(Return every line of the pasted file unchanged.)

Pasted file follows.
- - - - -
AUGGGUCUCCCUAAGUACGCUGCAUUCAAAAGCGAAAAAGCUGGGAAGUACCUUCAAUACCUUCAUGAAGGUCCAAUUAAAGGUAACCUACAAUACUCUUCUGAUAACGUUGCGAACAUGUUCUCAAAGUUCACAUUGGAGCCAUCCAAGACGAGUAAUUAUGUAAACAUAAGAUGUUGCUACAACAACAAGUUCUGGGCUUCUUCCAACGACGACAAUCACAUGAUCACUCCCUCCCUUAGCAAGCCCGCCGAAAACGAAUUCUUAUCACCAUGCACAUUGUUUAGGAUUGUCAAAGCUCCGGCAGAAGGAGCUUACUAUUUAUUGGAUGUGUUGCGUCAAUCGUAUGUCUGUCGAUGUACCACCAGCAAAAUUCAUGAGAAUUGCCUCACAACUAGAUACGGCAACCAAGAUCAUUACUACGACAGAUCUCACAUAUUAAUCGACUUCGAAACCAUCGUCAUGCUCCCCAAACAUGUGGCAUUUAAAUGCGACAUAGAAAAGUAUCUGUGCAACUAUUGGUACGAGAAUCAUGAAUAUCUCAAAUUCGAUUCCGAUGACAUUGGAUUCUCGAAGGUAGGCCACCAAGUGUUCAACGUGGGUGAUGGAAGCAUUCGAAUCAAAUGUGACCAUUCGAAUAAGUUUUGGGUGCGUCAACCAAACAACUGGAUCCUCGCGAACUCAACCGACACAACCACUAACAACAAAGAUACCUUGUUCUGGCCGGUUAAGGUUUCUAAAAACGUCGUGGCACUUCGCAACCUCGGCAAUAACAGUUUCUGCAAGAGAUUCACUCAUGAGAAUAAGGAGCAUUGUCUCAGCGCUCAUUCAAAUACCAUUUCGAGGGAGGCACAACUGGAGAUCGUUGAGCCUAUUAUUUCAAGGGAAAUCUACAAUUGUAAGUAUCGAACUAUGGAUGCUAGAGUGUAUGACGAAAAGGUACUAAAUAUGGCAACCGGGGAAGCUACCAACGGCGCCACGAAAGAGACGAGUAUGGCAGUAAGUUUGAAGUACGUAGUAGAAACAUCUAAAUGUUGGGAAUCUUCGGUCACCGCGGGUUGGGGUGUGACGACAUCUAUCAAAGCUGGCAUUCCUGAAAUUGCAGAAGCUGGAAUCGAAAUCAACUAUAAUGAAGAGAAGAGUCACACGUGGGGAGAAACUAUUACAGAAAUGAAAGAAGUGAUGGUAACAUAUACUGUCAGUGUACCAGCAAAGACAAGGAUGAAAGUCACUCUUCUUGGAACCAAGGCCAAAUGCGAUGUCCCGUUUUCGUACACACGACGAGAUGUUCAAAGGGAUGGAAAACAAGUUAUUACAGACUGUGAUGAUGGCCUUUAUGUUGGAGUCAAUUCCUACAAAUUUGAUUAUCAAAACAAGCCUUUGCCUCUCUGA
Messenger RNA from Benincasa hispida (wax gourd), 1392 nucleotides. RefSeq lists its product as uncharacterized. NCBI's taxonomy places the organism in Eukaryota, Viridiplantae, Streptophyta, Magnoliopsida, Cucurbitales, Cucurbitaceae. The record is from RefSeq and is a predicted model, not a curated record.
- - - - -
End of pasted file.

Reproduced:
AUGGGUCUCCCUAAGUACGCUGCAUUCAAAAGCGAAAAAGCUGGGAAGUACCUUCAAUACCUUCAUGAAGGUCCAAUUAAAGGUAACCUACAAUACUCUUCUGAUAACGUUGCGAACAUGUUCUCAAAGUUCACAUUGGAGCCAUCCAAGACGAGUAAUUAUGUAAACAUAAGAUGUUGCUACAACAACAAGUUCUGGGCUUCUUCCAACGACGACAAUCACAUGAUCACUCCCUCCCUUAGCAAGCCCGCCGAAAACGAAUUCUUAUCACCAUGCACAUUGUUUAGGAUUGUCAAAGCUCCGGCAGAAGGAGCUUACUAUUUAUUGGAUGUGUUGCGUCAAUCGUAUGUCUGUCGAUGUACCACCAGCAAAAUUCAUGAGAAUUGCCUCACAACUAGAUACGGCAACCAAGAUCAUUACUACGACAGAUCUCACAUAUUAAUCGACUUCGAAACCAUCGUCAUGCUCCCCAAACAUGUGGCAUUUAAAUGCGACAUAGAAAAGUAUCUGUGCAACUAUUGGUACGAGAAUCAUGAAUAUCUCAAAUUCGAUUCCGAUGACAUUGGAUUCUCGAAGGUAGGCCACCAAGUGUUCAACGUGGGUGAUGGAAGCAUUCGAAUCAAAUGUGACCAUUCGAAUAAGUUUUGGGUGCGUCAACCAAACAACUGGAUCCUCGCGAACUCAACCGACACAACCACUAACAACAAAGAUACCUUGUUCUGGCCGGUUAAGGUUUCUAAAAACGUCGUGGCACUUCGCAACCUCGGCAAUAACAGUUUCUGCAAGAGAUUCACUCAUGAGAAUAAGGAGCAUUGUCUCAGCGCUCAUUCAAAUACCAUUUCGAGGGAGGCACAACUGGAGAUCGUUGAGCCUAUUAUUUCAAGGGAAAUCUACAAUUGUAAGUAUCGAACUAUGGAUGCUAGAGUGUAUGACGAAAAGGUACUAAAUAUGGCAACCGGGGAAGCUACCAACGGCGCCACGAAAGAGACGAGUAUGGCAGUAAGUUUGAAGUACGUAGUAGAAACAUCUAAAUGUUGGGAAUCUUCGGUCACCGCGGGUUGGGGUGUGACGACAUCUAUCAAAGCUGGCAUUCCUGAAAUUGCAGAAGCUGGAAUCGAAAUCAACUAUAAUGAAGAGAAGAGUCACACGUGGGGAGAAACUAUUACAGAAAUGAAAGAAGUGAUGGUAACAUAUACUGUCAGUGUACCAGCAAAGACAAGGAUGAAAGUCACUCUUCUUGGAACCAAGGCCAAAUGCGAUGUCCCGUUUUCGUACACACGACGAGAUGUUCAAAGGGAUGGAAAACAAGUUAUUACAGACUGUGAUGAUGGCCUUUAUGUUGGAGUCAAUUCCUACAAAUUUGAUUAUCAAAACAAGCCUUUGCCUCUCUGA
Messenger RNA from Benincasa hispida (wax gourd), 1392 nucleotides. RefSeq lists its product as uncharacterized. NCBI's taxonomy places the organism in Eukaryota, Viridiplantae, Streptophyta, Magnoliopsida, Cucurbitales, Cucurbitaceae. The record is from RefSeq and is a predicted model, not a curated record.